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J Physiol Paris. 2002 Jan-Mar;96(1-2):9-16.

Sonic Hedgehog signalling in the developing and adult brain.

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  • 1Laboratoire de Neurobiologie Cellulaire et MolĂ©culaire, Centre National de la Recherche Scientifique, 91198, Gif-sur-Yvette, France

Abstract

Sonic Hedgehog (Shh) belongs to a family of secreted polypeptides implicated in embryonic development. Shh displays inductive, proliferative, neurotrophic and neuroprotective activities on various neural cells and signals through a receptor complex associating Patched (Ptc) and Smoothened (Smo). Shh binding to Ptc leads to downstream activation of target genes, such as transcription factors of the Gli family. We have investigated the distribution of Shh signalling genes in the rat embryo and in the adult, as well as pharmacological properties of Shh peptides. In the ventral neural tube, the distribution of Shh, Ptc and Smo is in agreement with this functional model. In the postnatal cerebellum, Shh expressed by Purkinje cells may act on its target receptor complex localized in the external germinative layer to activate Gli1. Myristoylated ShhN (myrShhN) is more potent than ShhN in stimulating proliferation of rat cerebellar granule cell neuroblasts in culture, as evaluated by [3H]thymidine incorporation, suggesting that amino terminal lipid modification of the molecule plays a crucial role in ShhN biological activity. In the adult brain, Ptc and Smo transcripts are colocalized in a few areas such as the hippocampal granule cells. However, Ptc transcripts are also observed without any detectable Smo expression, such as in the superior colliculus. These observations suggest that in the adult brain, Shh signals through its receptor complex Ptc/Smo, or through Ptc alone. Ptc protein presents a sterol sensing domain which has been identified in several proteins, including TRC8, recently implicated in hereditary renal carcinoma and which is also expressed as a 2.5-kb transcript in several rat brain areas. Altogether, these results suggest other roles for Shh signalling in postnatal and adult brain than those initially established during early embryonic development.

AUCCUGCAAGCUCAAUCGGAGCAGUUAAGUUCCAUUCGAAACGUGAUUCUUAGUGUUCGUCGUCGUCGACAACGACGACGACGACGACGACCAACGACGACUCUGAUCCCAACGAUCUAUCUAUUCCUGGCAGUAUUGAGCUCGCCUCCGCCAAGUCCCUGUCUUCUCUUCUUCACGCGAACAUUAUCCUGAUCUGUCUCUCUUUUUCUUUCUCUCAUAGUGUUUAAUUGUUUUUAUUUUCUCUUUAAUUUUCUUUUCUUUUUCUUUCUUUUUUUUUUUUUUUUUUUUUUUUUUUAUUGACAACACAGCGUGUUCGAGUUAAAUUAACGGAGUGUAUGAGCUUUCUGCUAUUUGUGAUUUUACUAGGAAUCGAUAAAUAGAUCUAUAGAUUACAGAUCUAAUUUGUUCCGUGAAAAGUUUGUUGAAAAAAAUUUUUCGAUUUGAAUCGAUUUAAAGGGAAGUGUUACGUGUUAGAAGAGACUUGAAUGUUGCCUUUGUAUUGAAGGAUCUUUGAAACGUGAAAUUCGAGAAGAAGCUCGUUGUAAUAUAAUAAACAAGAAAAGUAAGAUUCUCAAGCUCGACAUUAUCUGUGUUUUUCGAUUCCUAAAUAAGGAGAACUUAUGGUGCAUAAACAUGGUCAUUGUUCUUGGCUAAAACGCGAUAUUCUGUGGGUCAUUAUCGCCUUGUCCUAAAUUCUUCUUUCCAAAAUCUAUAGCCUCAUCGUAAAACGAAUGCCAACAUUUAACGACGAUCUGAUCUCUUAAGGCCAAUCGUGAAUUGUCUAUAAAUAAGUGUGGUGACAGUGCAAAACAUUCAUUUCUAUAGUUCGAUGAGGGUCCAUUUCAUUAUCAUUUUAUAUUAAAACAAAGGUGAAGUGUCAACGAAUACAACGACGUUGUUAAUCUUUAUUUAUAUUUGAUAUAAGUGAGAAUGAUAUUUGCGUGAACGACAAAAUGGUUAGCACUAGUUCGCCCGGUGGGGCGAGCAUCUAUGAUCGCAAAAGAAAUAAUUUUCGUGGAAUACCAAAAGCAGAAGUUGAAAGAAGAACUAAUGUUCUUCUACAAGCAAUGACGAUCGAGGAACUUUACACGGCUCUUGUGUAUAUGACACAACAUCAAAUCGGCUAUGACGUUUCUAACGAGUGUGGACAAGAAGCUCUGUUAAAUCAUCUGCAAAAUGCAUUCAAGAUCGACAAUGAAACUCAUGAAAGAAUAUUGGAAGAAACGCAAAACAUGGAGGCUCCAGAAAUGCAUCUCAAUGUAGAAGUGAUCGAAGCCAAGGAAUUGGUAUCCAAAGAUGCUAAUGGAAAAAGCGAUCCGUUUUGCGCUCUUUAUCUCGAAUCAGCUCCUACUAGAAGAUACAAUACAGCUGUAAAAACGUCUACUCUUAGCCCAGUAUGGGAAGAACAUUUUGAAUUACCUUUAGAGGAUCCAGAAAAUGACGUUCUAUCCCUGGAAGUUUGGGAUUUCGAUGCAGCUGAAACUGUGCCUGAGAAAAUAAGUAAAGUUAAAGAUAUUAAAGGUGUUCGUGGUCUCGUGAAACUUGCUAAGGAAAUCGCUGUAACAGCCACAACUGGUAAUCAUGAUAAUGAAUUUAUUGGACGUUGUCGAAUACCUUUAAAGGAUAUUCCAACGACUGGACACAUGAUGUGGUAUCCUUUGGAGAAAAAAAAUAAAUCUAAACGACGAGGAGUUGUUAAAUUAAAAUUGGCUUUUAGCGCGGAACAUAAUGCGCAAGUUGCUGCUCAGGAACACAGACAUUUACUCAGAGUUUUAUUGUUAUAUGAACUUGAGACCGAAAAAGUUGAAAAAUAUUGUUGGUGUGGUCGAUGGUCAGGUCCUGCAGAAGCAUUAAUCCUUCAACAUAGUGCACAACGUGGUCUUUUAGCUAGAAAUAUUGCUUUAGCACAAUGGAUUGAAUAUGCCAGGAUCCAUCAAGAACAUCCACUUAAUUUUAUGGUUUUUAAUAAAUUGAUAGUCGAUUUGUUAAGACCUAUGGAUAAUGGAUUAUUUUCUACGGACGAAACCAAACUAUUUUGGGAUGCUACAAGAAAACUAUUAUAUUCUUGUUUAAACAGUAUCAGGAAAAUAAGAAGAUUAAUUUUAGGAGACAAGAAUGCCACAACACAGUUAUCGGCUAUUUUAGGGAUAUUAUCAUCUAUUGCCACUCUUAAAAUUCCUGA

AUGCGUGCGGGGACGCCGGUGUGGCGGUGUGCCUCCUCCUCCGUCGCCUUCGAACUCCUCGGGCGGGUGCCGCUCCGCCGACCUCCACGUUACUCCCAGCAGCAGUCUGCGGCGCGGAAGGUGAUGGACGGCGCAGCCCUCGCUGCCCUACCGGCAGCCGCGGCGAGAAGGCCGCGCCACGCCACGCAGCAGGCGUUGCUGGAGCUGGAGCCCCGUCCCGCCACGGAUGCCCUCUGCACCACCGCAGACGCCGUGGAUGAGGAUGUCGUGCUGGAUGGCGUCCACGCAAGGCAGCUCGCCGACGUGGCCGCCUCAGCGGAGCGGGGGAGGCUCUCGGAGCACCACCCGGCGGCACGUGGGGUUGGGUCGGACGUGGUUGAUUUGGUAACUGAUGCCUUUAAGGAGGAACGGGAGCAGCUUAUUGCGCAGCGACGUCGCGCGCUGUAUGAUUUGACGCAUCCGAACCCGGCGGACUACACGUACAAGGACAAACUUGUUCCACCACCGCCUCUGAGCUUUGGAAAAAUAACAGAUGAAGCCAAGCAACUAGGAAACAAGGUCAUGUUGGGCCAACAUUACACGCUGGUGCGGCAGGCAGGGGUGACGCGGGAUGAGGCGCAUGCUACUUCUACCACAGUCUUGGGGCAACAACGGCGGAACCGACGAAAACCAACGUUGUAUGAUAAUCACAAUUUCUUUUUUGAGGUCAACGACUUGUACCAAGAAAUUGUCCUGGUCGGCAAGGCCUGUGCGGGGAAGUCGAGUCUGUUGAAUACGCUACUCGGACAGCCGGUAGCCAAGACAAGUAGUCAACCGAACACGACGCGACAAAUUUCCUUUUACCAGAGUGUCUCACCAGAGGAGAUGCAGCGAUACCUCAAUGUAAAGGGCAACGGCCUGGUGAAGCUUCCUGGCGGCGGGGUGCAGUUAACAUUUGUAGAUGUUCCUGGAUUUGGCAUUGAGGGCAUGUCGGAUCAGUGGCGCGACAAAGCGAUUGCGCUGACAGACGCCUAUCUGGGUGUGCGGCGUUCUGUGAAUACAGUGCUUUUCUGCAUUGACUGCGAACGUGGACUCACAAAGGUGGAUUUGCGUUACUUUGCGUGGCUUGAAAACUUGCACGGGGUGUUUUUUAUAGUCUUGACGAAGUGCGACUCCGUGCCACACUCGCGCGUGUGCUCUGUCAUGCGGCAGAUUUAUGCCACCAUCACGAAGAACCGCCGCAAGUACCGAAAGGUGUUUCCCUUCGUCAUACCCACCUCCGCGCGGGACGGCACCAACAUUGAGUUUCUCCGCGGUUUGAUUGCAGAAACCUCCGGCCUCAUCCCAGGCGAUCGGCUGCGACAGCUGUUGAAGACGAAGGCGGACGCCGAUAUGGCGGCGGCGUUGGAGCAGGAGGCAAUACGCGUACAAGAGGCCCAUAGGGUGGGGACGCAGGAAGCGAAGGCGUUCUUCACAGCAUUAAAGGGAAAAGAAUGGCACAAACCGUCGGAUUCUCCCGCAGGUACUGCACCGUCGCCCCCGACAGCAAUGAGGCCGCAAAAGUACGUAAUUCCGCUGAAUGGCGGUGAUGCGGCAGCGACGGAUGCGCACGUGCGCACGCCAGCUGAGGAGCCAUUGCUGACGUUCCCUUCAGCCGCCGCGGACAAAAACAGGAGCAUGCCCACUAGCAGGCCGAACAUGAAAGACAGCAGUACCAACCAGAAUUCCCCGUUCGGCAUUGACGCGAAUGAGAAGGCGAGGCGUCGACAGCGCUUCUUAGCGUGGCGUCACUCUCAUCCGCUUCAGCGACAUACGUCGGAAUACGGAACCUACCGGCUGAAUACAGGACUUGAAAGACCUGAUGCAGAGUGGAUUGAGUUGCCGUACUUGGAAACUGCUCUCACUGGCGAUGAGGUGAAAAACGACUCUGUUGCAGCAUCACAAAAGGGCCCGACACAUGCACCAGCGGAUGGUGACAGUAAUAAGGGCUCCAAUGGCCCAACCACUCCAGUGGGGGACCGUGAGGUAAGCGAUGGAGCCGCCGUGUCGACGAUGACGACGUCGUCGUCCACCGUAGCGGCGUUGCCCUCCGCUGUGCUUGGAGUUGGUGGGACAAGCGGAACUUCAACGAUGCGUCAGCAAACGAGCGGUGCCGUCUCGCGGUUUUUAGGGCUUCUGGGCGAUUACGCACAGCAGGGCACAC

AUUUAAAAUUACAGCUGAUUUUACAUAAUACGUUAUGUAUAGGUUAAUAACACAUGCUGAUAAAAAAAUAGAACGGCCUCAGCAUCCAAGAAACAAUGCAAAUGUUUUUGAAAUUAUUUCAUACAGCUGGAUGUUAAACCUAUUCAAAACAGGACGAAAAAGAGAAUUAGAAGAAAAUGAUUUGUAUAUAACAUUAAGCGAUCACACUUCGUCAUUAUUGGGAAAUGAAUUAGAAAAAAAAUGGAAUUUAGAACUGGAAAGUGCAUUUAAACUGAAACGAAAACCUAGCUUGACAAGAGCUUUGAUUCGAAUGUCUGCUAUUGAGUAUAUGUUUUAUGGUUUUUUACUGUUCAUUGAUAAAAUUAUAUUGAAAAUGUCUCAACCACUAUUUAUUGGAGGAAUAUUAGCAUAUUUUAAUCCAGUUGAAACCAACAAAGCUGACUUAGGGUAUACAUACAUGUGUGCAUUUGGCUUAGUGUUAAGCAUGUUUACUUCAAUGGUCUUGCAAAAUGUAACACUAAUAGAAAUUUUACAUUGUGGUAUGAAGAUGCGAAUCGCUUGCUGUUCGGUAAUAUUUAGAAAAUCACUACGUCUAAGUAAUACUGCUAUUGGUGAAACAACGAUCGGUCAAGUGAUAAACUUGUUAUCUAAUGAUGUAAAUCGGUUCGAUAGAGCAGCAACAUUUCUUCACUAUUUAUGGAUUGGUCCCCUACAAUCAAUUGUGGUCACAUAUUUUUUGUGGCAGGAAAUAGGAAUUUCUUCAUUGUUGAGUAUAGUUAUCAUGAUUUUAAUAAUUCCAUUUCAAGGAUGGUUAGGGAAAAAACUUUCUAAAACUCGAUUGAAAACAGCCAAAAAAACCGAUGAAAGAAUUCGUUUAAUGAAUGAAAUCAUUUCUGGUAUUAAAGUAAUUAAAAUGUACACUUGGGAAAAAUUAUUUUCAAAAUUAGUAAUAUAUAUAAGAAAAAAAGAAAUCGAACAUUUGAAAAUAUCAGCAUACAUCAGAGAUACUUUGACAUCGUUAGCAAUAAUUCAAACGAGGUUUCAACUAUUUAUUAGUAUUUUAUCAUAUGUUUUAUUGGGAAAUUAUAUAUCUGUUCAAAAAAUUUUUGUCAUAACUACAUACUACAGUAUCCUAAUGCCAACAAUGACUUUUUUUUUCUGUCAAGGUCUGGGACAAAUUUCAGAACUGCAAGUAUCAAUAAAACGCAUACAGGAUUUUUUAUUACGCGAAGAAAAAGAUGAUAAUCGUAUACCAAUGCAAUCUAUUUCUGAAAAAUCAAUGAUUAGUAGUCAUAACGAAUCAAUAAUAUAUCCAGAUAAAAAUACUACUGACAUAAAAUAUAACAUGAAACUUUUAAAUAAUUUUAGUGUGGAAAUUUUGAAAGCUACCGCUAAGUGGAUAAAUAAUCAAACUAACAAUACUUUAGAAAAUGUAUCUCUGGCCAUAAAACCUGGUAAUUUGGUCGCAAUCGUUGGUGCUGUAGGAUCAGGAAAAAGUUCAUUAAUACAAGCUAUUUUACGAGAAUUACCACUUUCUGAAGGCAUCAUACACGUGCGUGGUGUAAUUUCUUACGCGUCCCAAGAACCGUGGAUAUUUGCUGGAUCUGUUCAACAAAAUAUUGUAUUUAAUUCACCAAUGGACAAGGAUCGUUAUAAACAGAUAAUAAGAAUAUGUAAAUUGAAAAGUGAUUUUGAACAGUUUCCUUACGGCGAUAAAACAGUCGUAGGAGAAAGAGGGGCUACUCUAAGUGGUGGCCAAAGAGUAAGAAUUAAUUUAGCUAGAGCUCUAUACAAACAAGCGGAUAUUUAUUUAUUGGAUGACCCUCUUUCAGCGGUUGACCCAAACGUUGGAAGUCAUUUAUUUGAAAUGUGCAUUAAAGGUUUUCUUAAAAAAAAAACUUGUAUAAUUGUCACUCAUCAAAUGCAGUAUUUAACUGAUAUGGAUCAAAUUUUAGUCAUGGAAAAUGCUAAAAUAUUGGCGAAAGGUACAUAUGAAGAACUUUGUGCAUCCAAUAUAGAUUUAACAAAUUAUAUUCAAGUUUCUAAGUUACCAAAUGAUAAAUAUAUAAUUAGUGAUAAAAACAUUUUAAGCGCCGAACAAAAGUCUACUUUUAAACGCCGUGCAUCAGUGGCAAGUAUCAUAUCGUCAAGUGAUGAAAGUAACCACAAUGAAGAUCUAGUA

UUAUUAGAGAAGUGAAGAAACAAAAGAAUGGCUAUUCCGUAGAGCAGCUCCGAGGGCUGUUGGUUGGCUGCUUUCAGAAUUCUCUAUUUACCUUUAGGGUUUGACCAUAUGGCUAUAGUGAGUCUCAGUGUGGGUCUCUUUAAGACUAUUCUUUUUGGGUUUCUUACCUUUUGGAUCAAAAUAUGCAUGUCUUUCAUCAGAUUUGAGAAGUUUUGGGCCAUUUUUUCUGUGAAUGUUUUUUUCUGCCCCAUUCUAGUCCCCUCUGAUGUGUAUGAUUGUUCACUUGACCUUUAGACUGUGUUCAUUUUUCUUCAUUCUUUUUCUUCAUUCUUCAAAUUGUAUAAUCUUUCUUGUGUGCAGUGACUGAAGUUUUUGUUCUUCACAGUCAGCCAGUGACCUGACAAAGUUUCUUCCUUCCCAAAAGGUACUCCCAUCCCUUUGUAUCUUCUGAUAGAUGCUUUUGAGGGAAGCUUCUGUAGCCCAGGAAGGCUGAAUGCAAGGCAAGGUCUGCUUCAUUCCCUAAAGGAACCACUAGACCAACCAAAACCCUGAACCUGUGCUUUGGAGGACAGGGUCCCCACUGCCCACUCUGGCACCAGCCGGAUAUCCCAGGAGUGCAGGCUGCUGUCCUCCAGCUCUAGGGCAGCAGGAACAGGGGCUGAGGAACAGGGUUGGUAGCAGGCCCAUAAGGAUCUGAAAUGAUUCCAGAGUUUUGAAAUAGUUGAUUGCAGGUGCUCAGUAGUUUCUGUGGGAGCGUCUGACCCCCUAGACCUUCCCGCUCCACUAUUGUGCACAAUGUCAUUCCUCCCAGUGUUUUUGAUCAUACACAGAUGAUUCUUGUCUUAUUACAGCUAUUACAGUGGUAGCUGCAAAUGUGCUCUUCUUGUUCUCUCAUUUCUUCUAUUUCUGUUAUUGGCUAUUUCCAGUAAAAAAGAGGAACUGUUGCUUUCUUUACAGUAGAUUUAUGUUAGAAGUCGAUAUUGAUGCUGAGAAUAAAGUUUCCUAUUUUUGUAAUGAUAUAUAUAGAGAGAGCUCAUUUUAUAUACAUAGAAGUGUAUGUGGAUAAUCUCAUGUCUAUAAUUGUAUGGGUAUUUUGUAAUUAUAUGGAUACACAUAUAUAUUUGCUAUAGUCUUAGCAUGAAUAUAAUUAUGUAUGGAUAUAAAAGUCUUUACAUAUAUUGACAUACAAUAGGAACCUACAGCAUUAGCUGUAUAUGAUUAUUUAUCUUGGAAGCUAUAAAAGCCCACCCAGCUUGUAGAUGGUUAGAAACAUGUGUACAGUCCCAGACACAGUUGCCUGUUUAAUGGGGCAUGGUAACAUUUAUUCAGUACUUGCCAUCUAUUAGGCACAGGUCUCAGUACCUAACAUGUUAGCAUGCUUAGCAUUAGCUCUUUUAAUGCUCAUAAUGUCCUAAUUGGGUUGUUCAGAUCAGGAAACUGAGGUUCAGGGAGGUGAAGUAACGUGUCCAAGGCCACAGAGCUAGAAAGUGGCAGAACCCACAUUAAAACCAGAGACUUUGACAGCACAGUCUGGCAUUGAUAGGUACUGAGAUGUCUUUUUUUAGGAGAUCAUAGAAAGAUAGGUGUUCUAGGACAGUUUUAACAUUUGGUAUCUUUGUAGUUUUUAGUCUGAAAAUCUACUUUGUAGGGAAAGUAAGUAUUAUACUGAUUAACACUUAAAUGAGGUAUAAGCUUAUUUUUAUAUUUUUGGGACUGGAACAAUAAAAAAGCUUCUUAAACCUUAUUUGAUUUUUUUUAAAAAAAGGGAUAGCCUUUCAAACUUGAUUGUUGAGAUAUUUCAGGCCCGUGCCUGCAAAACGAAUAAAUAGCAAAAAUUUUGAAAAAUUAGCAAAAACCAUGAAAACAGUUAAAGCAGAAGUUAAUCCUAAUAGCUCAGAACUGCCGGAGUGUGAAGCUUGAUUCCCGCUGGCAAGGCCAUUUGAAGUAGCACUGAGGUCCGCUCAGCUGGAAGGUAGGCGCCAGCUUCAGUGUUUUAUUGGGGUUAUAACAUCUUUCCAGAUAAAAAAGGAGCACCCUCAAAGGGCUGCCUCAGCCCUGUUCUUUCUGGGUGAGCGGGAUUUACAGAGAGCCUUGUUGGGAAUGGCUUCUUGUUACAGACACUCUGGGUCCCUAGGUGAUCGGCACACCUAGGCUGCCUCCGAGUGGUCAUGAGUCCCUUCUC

PMID:
11755778
[PubMed - indexed for MEDLINE]
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